NJ Children Unknowingly Used Asbestos Heaps as Biking Play Area

NJ Children Unknowingly Used Asbestos Heaps as Biking Play Area | Pintas & Mullins Law Firm

It is commonly known that asbestos-containing material, if disturbed or damaged, causes the mineral to become airborne, and those who inhale these fibers run the risk of developing serious lung diseases such as mesothelioma. Recently, millions of pounds of damaged asbestos was found roadside in Frankfort, New Jersey. The piles of deadly material were the result of a scheme among officials at two solid waste disposal companies to dump material illegally for profit. This discovery led to the conviction of the officials and five other men in federal court.

A syracuse.com article reports that when federal and state agents arrived at the hazardous site, the large piles of debris had bicycle tracks running through them. It was clear that innocent, unsuspecting children used the toxic heaps as a biking play area. Our Illinois mesothelioma attorneys are deeply concerned about any harmful health effects that the asbestos piles may have caused the children.

The 28-acre site contained debris from demolished New Jersey homes and other buildings which were passed through an industrial shredding machine without first removing the asbestos. The critical removal is the legal responsibility of the solid waste disposal companies.

Evidence revealed that the criminal dumping of millions of tons of asbestos was initially intended to continue for another five years. Fortunately, a trucker who hauled some of the material observed that it was not a legal landfill and notified authorities. The State Department of Environmental Conservation took immediate action, closing off and covering the lethal site and warning residents to keep their children away from the piles.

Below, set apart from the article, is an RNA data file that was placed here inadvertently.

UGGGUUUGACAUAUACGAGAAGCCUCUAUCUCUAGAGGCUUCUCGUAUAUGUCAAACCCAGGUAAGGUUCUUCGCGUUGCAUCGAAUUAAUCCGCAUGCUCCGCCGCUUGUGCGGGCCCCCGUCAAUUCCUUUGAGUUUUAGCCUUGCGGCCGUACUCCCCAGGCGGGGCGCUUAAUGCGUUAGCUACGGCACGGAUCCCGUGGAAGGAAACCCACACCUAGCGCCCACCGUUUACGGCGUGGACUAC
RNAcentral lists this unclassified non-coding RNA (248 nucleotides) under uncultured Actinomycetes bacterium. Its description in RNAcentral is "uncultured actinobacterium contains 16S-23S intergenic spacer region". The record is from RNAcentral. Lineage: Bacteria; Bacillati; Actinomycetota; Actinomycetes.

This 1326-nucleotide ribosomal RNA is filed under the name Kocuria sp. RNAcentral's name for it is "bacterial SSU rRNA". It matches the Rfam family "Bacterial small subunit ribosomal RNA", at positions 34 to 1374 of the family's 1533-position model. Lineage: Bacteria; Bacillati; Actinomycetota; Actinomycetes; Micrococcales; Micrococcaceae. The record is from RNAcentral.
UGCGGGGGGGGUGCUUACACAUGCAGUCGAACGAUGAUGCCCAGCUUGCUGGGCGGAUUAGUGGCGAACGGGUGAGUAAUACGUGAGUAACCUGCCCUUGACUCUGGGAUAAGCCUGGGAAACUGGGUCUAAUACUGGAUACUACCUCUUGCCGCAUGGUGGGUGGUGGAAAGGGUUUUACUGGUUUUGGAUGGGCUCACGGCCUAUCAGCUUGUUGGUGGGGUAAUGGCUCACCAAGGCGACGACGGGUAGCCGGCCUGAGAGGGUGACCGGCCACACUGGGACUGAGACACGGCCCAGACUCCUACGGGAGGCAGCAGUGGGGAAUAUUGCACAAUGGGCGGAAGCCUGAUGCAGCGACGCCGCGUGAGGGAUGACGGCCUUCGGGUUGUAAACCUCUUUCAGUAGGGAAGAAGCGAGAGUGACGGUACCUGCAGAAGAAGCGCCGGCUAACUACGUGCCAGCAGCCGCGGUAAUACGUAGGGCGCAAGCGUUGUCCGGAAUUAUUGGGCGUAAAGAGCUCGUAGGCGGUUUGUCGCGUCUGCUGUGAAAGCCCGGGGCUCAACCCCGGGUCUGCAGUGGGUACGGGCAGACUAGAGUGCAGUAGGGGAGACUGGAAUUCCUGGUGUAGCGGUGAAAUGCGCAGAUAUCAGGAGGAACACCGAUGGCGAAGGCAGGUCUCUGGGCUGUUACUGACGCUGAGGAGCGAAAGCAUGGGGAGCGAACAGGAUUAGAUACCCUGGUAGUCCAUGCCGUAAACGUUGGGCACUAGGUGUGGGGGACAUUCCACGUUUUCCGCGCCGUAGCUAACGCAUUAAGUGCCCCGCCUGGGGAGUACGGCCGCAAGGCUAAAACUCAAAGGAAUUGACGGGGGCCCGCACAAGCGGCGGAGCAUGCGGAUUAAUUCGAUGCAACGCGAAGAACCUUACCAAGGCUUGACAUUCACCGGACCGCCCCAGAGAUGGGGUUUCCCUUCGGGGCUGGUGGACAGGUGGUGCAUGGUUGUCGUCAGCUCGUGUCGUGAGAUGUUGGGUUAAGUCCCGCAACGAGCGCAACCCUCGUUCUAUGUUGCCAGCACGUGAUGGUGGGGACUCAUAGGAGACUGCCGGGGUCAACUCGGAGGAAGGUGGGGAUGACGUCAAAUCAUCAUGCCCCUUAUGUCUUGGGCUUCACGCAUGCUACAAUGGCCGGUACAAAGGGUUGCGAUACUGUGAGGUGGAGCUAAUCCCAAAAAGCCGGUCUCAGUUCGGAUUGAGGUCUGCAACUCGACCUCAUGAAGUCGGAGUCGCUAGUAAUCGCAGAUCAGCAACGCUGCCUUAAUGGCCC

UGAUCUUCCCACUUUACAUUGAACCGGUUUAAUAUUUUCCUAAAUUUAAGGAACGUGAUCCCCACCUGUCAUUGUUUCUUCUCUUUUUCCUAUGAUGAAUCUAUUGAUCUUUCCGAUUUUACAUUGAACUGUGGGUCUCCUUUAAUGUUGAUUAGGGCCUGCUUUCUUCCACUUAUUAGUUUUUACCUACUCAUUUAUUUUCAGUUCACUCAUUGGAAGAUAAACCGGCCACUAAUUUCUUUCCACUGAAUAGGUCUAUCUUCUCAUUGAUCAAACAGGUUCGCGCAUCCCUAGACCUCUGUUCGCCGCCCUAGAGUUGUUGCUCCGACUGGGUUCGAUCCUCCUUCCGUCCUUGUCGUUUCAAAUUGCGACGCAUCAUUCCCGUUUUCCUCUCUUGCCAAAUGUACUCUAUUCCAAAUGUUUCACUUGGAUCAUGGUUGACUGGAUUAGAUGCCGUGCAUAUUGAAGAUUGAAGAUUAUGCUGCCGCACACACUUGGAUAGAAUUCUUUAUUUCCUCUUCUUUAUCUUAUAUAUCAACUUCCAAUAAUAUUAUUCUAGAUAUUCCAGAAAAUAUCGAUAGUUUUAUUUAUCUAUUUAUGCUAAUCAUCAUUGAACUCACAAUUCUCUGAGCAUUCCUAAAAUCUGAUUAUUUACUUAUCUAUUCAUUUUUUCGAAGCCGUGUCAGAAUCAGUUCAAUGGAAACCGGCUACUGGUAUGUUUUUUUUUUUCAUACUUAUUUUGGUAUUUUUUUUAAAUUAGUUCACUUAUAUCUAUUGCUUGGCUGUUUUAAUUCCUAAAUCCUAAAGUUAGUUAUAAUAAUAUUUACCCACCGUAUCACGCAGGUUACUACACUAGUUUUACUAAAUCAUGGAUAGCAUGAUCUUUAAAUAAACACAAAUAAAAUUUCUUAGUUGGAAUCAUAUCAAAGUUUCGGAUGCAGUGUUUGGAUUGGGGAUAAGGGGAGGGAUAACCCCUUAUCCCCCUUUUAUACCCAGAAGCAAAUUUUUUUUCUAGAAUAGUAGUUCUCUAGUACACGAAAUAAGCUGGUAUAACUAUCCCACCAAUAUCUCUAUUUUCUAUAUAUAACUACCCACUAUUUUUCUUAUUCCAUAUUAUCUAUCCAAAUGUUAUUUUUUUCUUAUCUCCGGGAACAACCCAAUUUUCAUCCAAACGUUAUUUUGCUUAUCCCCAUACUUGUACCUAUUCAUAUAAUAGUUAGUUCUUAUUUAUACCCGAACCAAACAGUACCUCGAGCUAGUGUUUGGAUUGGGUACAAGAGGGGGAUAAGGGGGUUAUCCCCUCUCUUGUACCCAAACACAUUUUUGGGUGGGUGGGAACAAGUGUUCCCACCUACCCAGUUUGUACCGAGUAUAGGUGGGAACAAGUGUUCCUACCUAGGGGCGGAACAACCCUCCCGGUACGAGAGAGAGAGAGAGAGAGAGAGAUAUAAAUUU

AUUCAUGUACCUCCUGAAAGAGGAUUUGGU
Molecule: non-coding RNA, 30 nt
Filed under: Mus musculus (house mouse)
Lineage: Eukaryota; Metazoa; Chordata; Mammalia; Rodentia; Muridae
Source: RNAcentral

Those involved in the illegal act, including the owner of the property who consented to the dumping, were doing so for profit gain. The companies paid just $53 per ton to illegally dump at the site instead of spending $110 per ton at an approved landfill. The property owner and his two partners received $3 a ton to accept the material.

The site was located in federally protected flood plains and wetlands. If the dumping had continued much longer, the material would have polluted the Mohawk River.

The defendants were found guilty of violating the federal Clean Water Act by depositing 430 tractor-trailer loads of asbestos-tainted matter at the site by the side of the Mohawk River for four months. They were additionally charged with impeding justice and breaching the Superfund law requirement to report the discharge of toxic materials.

Those convicted face a maximum of 20 years in prison and a fine that may be double the cost to clean up the polluted site.

In related news, a recent Ellwood City Ledger article reported of a lawsuit brought before a court in West Virginia following the diagnosis of an 80-year-old man with mesothelioma. The lawsuit, filed by the man and his wife, named 86 companies in connection with negligence that led to the man, a former worker of a steel producing company, to be exposed to asbestos. 

The couple appealed for a jury trial and accused that the companies, either as employers or property owners, were to blame for his mesothelioma. The victim was employed as an electrician/laborer with the steel producer from 1950-1983.

If you work in an environment that puts you in contact with toxic asbestos, request that the necessary corrective measures are made immediately and contact a knowledgeable mesothelioma lawyer about bringing a case against those responsible.